It guarantees the best experience, in a restaurant ran by a team following a highly-demanding charter of policies: the setting has to invite comfort and have a friendly but authentic atmosphere, and they have to serve simple dishes prepared on-site using locally-sourced ingredients.

There’s another Lyonnais tradition that sadly gets lost in our busy lives, the mâchon, which is a meal you eat early in the morning. After a night of work, the canuts, silk workers who lived in the Croix-Rousse district in the 19th century, would get together to enjoy a meal of cold-cuts and a “pot Lyonnais”. Even though this kind of breakfast isn’t well-suited to modern life, some bouchons are carrying on this tradition, and from early morning you can “mâchonner” (chomp) on this breakfast at La Meunière, Café du Peintre, Vivarais, or Poêlon d’Or. How about it?

Here’s my advice: If you’re visiting Lyon, be curious! Cross the threshold of a bouchon and try a few different dishes; their appearance is deceptive! Food is a great way to get a feel for the local DNA. And don’t just limit yourself to bouchons either – head into a bakery or chocolatier too and try some praline-based specialities, or sit yourself down in a wine bar to discover the designations of origin the Rhône has to offer. And if street food is more your cup of tea, you can even try “Lyonnais tacos”, which were invented here. But that’s a story for another time…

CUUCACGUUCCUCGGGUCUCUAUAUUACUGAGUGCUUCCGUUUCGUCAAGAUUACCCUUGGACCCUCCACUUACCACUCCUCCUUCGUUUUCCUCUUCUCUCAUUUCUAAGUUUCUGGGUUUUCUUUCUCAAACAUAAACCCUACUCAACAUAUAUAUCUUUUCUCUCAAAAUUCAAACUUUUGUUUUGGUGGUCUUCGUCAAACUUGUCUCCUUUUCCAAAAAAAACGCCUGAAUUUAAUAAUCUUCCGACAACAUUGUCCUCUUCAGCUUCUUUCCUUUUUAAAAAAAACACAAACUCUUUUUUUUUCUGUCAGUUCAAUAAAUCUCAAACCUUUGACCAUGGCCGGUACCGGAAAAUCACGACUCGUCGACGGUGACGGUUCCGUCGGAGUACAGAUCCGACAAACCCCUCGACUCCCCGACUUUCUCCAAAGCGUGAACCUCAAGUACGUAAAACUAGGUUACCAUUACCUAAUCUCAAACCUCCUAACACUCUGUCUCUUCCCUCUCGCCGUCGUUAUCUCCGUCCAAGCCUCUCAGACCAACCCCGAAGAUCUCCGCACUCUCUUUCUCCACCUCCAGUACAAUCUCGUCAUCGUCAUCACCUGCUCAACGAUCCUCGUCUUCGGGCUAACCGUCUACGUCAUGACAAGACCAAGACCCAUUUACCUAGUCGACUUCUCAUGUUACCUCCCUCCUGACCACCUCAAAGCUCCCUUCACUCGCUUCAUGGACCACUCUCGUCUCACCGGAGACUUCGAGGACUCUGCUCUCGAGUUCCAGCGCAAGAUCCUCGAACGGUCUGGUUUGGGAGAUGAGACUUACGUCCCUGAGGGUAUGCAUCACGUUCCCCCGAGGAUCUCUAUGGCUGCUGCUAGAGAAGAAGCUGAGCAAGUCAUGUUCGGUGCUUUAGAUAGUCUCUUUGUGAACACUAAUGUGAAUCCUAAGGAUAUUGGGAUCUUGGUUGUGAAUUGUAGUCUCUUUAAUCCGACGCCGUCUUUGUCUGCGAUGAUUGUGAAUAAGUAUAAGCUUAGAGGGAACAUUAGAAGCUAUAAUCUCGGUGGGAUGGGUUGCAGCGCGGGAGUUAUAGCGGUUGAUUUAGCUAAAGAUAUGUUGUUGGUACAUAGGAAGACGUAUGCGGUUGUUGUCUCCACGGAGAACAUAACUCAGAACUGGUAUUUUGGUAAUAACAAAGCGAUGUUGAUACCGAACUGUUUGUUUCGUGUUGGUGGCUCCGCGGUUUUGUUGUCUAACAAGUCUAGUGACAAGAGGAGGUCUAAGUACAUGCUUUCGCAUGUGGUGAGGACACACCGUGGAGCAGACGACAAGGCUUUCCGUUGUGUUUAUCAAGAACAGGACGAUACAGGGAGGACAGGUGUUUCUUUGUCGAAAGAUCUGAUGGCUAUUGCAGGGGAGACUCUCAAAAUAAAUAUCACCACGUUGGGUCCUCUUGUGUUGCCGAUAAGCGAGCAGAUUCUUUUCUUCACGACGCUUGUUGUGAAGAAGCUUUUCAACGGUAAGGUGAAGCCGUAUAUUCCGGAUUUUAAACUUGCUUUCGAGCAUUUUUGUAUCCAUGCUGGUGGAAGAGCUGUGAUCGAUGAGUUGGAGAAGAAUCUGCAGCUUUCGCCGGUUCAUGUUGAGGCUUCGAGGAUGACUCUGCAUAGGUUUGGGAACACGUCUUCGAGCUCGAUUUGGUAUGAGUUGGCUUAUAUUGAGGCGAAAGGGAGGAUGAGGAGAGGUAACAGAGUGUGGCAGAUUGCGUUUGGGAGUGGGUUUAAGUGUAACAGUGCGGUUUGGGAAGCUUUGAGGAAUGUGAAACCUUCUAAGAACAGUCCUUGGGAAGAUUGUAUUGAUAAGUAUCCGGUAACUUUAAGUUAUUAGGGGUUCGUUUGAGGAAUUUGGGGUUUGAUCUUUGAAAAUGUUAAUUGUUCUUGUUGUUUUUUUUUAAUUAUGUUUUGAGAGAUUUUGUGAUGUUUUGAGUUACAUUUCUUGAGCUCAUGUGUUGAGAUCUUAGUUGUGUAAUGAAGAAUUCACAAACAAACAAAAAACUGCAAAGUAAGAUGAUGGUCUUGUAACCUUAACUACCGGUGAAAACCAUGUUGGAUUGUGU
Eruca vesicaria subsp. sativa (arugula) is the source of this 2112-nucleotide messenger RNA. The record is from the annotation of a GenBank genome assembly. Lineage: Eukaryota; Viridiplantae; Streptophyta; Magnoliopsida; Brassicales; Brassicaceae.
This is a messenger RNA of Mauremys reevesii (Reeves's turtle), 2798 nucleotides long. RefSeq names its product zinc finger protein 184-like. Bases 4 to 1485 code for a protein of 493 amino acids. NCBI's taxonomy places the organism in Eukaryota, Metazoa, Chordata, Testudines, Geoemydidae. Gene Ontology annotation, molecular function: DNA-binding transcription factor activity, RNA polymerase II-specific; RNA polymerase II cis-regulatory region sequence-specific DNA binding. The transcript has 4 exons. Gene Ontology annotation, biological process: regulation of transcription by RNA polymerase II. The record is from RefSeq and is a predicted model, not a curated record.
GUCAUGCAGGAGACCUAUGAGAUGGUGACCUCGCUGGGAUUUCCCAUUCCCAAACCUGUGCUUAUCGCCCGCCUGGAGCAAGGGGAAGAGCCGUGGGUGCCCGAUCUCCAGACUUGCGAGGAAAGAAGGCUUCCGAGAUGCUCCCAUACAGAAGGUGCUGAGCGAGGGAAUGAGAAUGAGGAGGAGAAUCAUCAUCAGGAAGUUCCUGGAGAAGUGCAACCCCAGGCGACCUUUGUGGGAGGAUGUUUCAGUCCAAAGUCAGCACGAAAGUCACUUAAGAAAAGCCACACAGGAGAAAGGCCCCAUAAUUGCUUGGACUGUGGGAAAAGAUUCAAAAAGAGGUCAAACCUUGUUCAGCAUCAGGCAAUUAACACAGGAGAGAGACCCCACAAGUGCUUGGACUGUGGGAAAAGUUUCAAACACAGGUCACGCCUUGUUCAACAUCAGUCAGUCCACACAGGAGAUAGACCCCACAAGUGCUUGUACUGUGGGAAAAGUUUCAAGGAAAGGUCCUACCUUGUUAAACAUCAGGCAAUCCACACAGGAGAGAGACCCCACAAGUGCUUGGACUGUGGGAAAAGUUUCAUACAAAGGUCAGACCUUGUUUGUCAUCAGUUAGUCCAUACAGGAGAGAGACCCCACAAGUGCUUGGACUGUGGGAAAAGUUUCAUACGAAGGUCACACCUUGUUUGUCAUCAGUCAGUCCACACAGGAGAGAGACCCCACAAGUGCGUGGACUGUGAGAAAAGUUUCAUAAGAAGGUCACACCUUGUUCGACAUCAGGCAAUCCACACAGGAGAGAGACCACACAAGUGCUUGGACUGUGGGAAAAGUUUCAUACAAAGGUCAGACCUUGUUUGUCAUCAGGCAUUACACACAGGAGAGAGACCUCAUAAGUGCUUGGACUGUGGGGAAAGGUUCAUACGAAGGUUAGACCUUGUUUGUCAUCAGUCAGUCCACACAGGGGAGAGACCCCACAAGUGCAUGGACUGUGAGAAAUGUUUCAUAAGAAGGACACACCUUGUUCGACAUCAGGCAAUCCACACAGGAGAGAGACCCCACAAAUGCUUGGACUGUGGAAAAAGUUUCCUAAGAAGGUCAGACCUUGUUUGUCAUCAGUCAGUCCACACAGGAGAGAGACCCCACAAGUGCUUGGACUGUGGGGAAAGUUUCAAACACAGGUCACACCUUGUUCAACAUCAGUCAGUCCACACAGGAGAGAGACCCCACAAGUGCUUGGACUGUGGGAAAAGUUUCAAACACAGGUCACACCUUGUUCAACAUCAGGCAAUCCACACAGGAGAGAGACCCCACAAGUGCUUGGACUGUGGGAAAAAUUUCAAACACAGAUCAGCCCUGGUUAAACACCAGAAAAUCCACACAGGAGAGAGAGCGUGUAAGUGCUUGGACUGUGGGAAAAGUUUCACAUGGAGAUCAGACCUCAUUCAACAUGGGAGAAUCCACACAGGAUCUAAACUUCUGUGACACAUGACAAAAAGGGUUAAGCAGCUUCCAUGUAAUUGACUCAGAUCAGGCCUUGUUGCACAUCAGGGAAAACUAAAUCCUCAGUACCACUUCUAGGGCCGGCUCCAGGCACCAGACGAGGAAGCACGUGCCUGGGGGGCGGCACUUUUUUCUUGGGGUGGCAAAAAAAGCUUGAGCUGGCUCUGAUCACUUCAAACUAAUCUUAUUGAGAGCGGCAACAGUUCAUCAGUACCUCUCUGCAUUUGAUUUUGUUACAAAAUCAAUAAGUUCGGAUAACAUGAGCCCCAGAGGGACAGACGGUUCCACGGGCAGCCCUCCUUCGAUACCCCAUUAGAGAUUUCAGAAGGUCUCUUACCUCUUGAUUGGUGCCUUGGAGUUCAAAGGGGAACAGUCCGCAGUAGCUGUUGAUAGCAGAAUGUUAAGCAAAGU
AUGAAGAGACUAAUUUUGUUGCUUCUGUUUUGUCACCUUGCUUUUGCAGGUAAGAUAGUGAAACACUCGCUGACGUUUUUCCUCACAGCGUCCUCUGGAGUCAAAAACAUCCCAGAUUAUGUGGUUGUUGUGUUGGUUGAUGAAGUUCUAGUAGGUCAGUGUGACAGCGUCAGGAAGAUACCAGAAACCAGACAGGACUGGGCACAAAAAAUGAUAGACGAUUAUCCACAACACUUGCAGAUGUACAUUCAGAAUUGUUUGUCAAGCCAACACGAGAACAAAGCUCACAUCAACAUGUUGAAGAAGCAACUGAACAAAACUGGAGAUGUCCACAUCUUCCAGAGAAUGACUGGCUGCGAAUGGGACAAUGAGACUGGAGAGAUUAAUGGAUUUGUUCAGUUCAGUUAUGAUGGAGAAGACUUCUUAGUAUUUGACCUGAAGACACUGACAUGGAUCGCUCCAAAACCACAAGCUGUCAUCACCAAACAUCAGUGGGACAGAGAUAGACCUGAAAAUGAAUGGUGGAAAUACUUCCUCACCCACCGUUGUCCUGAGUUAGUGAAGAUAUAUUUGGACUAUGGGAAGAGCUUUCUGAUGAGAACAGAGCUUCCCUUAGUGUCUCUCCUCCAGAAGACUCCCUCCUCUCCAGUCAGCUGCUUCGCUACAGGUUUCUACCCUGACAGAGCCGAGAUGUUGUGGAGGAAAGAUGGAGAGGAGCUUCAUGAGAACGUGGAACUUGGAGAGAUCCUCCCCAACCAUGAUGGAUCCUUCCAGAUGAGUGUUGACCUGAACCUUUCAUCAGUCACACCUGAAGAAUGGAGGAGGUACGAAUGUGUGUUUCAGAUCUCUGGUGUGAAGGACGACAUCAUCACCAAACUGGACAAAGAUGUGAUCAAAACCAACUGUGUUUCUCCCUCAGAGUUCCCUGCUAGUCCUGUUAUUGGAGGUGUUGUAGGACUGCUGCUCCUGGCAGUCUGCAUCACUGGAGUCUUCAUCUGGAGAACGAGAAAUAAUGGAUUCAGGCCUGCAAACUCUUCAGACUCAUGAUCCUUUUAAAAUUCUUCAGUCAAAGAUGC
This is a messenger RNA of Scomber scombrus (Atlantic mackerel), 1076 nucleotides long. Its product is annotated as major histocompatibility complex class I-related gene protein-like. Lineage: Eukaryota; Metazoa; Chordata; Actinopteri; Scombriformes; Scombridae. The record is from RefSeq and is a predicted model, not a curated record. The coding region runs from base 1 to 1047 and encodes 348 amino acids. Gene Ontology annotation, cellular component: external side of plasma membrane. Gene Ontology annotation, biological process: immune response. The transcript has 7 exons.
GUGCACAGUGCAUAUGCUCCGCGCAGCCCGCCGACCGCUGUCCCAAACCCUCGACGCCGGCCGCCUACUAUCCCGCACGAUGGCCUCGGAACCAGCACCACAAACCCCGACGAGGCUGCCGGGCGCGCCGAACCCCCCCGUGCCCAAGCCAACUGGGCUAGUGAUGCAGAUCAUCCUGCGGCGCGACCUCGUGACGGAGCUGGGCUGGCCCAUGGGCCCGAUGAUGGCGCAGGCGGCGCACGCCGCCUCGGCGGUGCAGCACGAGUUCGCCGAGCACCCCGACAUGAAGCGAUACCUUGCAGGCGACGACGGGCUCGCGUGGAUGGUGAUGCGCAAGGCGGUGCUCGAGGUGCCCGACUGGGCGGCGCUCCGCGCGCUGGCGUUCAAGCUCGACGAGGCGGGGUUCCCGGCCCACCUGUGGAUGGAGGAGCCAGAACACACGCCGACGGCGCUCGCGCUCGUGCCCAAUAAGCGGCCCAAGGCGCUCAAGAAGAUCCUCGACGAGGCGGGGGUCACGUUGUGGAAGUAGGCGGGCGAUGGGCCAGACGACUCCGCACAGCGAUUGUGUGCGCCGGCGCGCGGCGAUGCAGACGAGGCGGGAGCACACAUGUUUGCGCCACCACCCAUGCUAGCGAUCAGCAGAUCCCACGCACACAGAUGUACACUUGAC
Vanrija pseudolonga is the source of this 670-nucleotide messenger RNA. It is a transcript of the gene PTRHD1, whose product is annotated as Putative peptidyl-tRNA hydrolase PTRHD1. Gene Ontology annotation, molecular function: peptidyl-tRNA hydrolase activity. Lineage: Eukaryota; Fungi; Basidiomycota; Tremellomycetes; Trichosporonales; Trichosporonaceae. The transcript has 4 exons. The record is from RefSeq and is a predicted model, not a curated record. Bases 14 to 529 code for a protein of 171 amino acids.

Some addresses for Lyonnais bouchons (a non-exhaustive list):

La Meunière – 11 rue Neuve – Lyon 1

Les Lyonnais – 19 rue de la Bombarde – Lyon 5

Le café du peintre – 50 boulevard des Brotteaux – Lyon 6

Daniel et Denise – 8 rue de Cuire – Lyon 4